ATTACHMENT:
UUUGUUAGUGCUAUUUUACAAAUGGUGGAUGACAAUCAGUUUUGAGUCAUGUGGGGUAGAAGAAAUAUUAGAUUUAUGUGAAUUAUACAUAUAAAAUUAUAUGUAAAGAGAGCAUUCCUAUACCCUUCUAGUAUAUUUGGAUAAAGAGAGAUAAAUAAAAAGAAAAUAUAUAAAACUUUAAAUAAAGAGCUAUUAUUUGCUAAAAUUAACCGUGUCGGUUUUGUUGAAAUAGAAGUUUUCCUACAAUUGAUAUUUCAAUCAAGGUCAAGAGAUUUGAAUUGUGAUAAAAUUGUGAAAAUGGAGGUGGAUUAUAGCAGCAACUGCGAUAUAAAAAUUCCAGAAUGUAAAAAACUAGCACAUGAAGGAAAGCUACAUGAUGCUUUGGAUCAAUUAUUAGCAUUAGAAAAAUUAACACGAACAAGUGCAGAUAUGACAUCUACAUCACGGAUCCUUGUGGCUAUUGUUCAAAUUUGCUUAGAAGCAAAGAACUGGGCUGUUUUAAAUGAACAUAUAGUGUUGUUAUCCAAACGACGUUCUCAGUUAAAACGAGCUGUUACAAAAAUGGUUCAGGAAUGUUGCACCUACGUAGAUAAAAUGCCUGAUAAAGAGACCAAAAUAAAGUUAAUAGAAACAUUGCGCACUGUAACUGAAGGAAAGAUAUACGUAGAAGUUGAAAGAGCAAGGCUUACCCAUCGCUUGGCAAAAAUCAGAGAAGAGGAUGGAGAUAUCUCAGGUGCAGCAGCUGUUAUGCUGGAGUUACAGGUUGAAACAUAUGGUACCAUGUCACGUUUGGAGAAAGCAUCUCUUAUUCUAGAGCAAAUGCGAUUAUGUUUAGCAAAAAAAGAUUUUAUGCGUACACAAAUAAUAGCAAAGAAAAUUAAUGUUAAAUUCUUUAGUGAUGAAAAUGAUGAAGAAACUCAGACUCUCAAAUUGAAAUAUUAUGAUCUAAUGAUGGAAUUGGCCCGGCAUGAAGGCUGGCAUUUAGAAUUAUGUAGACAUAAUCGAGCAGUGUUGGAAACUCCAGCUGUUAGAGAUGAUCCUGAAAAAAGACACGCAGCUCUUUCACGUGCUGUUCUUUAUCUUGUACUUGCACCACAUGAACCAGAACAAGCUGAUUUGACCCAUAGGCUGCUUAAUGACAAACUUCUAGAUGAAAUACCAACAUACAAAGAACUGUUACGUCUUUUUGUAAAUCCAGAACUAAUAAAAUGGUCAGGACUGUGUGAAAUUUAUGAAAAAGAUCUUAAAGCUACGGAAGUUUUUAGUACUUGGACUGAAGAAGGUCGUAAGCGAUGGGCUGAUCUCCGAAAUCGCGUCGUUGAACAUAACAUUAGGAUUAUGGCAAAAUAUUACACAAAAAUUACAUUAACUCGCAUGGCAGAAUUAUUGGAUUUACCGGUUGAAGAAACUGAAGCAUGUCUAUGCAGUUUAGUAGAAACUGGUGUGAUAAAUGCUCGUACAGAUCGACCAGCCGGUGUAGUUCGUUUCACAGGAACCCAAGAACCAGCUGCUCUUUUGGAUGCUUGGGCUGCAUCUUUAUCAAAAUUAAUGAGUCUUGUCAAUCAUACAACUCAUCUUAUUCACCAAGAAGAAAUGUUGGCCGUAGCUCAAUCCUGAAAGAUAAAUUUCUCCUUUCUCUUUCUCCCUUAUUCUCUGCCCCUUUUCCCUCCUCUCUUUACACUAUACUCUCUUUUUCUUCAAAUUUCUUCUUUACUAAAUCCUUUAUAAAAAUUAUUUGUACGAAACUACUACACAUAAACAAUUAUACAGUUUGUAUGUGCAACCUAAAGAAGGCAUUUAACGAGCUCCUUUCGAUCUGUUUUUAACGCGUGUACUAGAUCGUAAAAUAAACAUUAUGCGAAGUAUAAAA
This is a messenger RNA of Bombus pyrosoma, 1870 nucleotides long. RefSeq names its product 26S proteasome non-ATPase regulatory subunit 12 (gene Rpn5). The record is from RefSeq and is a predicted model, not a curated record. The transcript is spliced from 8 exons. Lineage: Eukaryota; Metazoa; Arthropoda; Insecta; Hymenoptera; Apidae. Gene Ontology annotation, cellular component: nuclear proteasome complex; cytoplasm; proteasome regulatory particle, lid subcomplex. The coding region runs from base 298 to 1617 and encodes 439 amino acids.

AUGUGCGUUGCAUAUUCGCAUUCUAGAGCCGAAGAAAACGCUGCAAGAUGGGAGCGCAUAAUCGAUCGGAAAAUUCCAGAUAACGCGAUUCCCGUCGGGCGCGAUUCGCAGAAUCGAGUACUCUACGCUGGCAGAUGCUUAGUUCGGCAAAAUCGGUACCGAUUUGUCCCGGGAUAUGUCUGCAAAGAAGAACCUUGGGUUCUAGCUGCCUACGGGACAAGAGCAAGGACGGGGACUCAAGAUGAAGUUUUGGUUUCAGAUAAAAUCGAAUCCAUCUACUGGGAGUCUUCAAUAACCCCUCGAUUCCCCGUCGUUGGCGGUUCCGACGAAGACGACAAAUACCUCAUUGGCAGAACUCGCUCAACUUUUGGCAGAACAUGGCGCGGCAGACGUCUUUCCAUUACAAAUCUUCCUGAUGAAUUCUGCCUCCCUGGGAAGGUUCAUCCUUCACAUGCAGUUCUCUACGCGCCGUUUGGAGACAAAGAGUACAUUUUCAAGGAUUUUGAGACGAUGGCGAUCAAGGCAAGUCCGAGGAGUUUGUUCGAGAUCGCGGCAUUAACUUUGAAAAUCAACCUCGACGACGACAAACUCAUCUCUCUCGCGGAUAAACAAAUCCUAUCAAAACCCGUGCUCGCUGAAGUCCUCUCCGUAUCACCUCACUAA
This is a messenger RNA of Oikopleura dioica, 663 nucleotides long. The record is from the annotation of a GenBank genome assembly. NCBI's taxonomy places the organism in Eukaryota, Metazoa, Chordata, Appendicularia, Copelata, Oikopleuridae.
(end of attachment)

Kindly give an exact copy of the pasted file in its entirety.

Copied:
UUUGUUAGUGCUAUUUUACAAAUGGUGGAUGACAAUCAGUUUUGAGUCAUGUGGGGUAGAAGAAAUAUUAGAUUUAUGUGAAUUAUACAUAUAAAAUUAUAUGUAAAGAGAGCAUUCCUAUACCCUUCUAGUAUAUUUGGAUAAAGAGAGAUAAAUAAAAAGAAAAUAUAUAAAACUUUAAAUAAAGAGCUAUUAUUUGCUAAAAUUAACCGUGUCGGUUUUGUUGAAAUAGAAGUUUUCCUACAAUUGAUAUUUCAAUCAAGGUCAAGAGAUUUGAAUUGUGAUAAAAUUGUGAAAAUGGAGGUGGAUUAUAGCAGCAACUGCGAUAUAAAAAUUCCAGAAUGUAAAAAACUAGCACAUGAAGGAAAGCUACAUGAUGCUUUGGAUCAAUUAUUAGCAUUAGAAAAAUUAACACGAACAAGUGCAGAUAUGACAUCUACAUCACGGAUCCUUGUGGCUAUUGUUCAAAUUUGCUUAGAAGCAAAGAACUGGGCUGUUUUAAAUGAACAUAUAGUGUUGUUAUCCAAACGACGUUCUCAGUUAAAACGAGCUGUUACAAAAAUGGUUCAGGAAUGUUGCACCUACGUAGAUAAAAUGCCUGAUAAAGAGACCAAAAUAAAGUUAAUAGAAACAUUGCGCACUGUAACUGAAGGAAAGAUAUACGUAGAAGUUGAAAGAGCAAGGCUUACCCAUCGCUUGGCAAAAAUCAGAGAAGAGGAUGGAGAUAUCUCAGGUGCAGCAGCUGUUAUGCUGGAGUUACAGGUUGAAACAUAUGGUACCAUGUCACGUUUGGAGAAAGCAUCUCUUAUUCUAGAGCAAAUGCGAUUAUGUUUAGCAAAAAAAGAUUUUAUGCGUACACAAAUAAUAGCAAAGAAAAUUAAUGUUAAAUUCUUUAGUGAUGAAAAUGAUGAAGAAACUCAGACUCUCAAAUUGAAAUAUUAUGAUCUAAUGAUGGAAUUGGCCCGGCAUGAAGGCUGGCAUUUAGAAUUAUGUAGACAUAAUCGAGCAGUGUUGGAAACUCCAGCUGUUAGAGAUGAUCCUGAAAAAAGACACGCAGCUCUUUCACGUGCUGUUCUUUAUCUUGUACUUGCACCACAUGAACCAGAACAAGCUGAUUUGACCCAUAGGCUGCUUAAUGACAAACUUCUAGAUGAAAUACCAACAUACAAAGAACUGUUACGUCUUUUUGUAAAUCCAGAACUAAUAAAAUGGUCAGGACUGUGUGAAAUUUAUGAAAAAGAUCUUAAAGCUACGGAAGUUUUUAGUACUUGGACUGAAGAAGGUCGUAAGCGAUGGGCUGAUCUCCGAAAUCGCGUCGUUGAACAUAACAUUAGGAUUAUGGCAAAAUAUUACACAAAAAUUACAUUAACUCGCAUGGCAGAAUUAUUGGAUUUACCGGUUGAAGAAACUGAAGCAUGUCUAUGCAGUUUAGUAGAAACUGGUGUGAUAAAUGCUCGUACAGAUCGACCAGCCGGUGUAGUUCGUUUCACAGGAACCCAAGAACCAGCUGCUCUUUUGGAUGCUUGGGCUGCAUCUUUAUCAAAAUUAAUGAGUCUUGUCAAUCAUACAACUCAUCUUAUUCACCAAGAAGAAAUGUUGGCCGUAGCUCAAUCCUGAAAGAUAAAUUUCUCCUUUCUCUUUCUCCCUUAUUCUCUGCCCCUUUUCCCUCCUCUCUUUACACUAUACUCUCUUUUUCUUCAAAUUUCUUCUUUACUAAAUCCUUUAUAAAAAUUAUUUGUACGAAACUACUACACAUAAACAAUUAUACAGUUUGUAUGUGCAACCUAAAGAAGGCAUUUAACGAGCUCCUUUCGAUCUGUUUUUAACGCGUGUACUAGAUCGUAAAAUAAACAUUAUGCGAAGUAUAAAA
This is a messenger RNA of Bombus pyrosoma, 1870 nucleotides long. RefSeq names its product 26S proteasome non-ATPase regulatory subunit 12 (gene Rpn5). The record is from RefSeq and is a predicted model, not a curated record. The transcript is spliced from 8 exons. Lineage: Eukaryota; Metazoa; Arthropoda; Insecta; Hymenoptera; Apidae. Gene Ontology annotation, cellular component: nuclear proteasome complex; cytoplasm; proteasome regulatory particle, lid subcomplex. The coding region runs from base 298 to 1617 and encodes 439 amino acids.

AUGUGCGUUGCAUAUUCGCAUUCUAGAGCCGAAGAAAACGCUGCAAGAUGGGAGCGCAUAAUCGAUCGGAAAAUUCCAGAUAACGCGAUUCCCGUCGGGCGCGAUUCGCAGAAUCGAGUACUCUACGCUGGCAGAUGCUUAGUUCGGCAAAAUCGGUACCGAUUUGUCCCGGGAUAUGUCUGCAAAGAAGAACCUUGGGUUCUAGCUGCCUACGGGACAAGAGCAAGGACGGGGACUCAAGAUGAAGUUUUGGUUUCAGAUAAAAUCGAAUCCAUCUACUGGGAGUCUUCAAUAACCCCUCGAUUCCCCGUCGUUGGCGGUUCCGACGAAGACGACAAAUACCUCAUUGGCAGAACUCGCUCAACUUUUGGCAGAACAUGGCGCGGCAGACGUCUUUCCAUUACAAAUCUUCCUGAUGAAUUCUGCCUCCCUGGGAAGGUUCAUCCUUCACAUGCAGUUCUCUACGCGCCGUUUGGAGACAAAGAGUACAUUUUCAAGGAUUUUGAGACGAUGGCGAUCAAGGCAAGUCCGAGGAGUUUGUUCGAGAUCGCGGCAUUAACUUUGAAAAUCAACCUCGACGACGACAAACUCAUCUCUCUCGCGGAUAAACAAAUCCUAUCAAAACCCGUGCUCGCUGAAGUCCUCUCCGUAUCACCUCACUAA
This is a messenger RNA of Oikopleura dioica, 663 nucleotides long. The record is from the annotation of a GenBank genome assembly. NCBI's taxonomy places the organism in Eukaryota, Metazoa, Chordata, Appendicularia, Copelata, Oikopleuridae.